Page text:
If You’re a Shorter Man… Avoid the Big Apple
The New York Post warns, “It’s a tall order dating women in the Big Apple.
The likelihood that a man under 5-foot-9 is contacted by a Manhattan or Bronx woman online is a scant 1.2 percent, with Brooklyn coming in with a paltry 2.4 percent response rate, according to a study conducted by the dating site AYI.com, which analyzed 50,000 interactions over two months.
Staten Island short stacks had just a 4.1 chance of being chatted up online, and Queens mini-men rounded out the boroughs with 5.4 percent.
Brooklynite Nick Rizzo knows the sting of big-otry all too well.
“It’s just a fact of life that most women taller than me aren’t willing to date me,” confessed the 5-foot-7 28-year-old, who said he has found that women are often “uncomfortable” when their date doesn’t measure up.
“Maybe they’re worried about how it will look to other people,” he added.
But there’s hope across the Hudson.
Shorties in Jersey City have a 7.6 percent likelihood of being contacted by the fairer sex — that’s a staggering 533 percent more likely than short men in Manhattan/Bronx.
“Jersey City, as opposed to Manhattan, has a bit more of a community vibe. People actually get to know each other here, and are a bit more laid-back,” said Bethany, a 5-foot, 28-year-old Jersey City woman who doesn’t mind dating a short man.
Still, there are some pitfalls when dating the diminutive, she warned. “Short men don’t always have Napoleon complexes, but definitely steer clear of the ones that do.”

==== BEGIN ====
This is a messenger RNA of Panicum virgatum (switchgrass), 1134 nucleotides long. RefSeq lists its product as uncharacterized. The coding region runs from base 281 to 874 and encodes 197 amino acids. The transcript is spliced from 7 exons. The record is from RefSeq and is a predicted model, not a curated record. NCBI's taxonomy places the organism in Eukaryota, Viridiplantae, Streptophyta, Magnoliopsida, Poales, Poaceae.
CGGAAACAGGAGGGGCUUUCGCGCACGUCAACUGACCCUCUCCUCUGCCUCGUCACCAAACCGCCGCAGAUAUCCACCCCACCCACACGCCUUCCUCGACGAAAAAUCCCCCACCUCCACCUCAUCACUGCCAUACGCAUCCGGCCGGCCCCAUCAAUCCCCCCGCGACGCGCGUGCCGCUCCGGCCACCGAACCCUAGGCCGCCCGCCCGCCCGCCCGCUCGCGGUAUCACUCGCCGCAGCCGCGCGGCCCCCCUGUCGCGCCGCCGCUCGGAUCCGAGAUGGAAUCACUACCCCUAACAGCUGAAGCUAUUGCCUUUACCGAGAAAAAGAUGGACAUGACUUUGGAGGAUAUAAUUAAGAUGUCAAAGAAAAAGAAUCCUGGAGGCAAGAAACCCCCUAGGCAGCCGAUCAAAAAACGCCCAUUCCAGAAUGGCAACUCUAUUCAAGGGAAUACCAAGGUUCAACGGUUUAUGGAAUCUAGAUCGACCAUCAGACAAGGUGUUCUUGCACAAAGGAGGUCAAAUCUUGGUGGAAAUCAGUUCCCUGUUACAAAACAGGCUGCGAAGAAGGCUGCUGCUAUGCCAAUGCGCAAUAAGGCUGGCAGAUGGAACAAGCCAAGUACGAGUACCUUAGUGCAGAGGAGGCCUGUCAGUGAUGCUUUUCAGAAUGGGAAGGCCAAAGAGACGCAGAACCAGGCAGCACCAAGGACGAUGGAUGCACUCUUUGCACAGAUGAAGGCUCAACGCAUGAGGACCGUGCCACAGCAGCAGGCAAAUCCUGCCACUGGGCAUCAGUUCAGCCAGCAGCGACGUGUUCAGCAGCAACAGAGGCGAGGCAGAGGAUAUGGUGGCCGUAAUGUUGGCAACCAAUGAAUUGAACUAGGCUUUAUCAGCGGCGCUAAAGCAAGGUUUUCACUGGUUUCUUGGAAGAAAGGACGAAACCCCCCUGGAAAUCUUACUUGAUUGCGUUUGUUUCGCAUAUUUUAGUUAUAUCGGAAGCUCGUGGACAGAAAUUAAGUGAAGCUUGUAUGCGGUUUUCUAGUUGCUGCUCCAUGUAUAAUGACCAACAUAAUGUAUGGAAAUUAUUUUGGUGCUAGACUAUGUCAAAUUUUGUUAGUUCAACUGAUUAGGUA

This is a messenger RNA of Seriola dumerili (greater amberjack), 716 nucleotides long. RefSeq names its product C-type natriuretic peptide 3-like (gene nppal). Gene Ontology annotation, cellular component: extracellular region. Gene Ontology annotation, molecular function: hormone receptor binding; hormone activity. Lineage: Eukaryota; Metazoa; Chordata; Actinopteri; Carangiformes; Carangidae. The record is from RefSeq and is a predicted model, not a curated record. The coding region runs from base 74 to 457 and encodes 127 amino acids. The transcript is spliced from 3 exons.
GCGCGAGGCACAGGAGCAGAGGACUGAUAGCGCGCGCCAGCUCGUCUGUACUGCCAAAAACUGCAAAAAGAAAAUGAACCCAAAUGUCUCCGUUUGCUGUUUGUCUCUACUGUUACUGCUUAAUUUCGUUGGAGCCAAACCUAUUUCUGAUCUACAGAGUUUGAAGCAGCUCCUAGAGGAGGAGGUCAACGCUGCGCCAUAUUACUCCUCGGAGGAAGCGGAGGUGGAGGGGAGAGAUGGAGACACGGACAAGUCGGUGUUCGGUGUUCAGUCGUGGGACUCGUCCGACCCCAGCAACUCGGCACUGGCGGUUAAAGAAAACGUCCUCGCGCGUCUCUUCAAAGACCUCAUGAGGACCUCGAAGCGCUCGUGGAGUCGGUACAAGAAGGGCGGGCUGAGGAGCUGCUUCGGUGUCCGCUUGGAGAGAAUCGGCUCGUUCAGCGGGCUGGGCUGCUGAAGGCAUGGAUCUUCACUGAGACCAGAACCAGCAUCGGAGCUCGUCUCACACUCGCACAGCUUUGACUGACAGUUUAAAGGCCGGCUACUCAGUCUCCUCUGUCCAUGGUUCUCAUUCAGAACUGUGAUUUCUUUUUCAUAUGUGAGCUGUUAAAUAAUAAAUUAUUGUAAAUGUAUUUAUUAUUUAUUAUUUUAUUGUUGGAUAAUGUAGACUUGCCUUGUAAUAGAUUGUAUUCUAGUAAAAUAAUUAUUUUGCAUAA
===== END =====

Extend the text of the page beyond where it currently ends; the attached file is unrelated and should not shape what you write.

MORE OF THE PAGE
Some short men don’t help their cause.
“I met an [online] date at a bar in Manhattan. He was already seated when I walked in,” recalled a 5-foot-6, 42-year-old Chelsea woman. “We had a nice time chatting over a glass of wine. When I got up to leave, I saw that the man who had said he was 5-6 was actually 5-0.
“I must have had a fairly surprised look on my face. To my horror, he said, ‘I can climb you like a tree.’ I made a hasty exit.”
Experts said size matters — because of evolution.
“Cross-culturally, women show a preference for taller mates,” said Dr. Jill Shapiro, a biological anthropologist at Columbia University. “Most people think it’s related to sexual selection. Taller men are perceived to be healthier, be better providers. By being tall, you are signaling that you have good genes.”
So what’s the matter with Jersey City women? Evolutionarily speaking, a lot, said Shapiro.
“It’s going against the normal pattern for most humans,” she said.”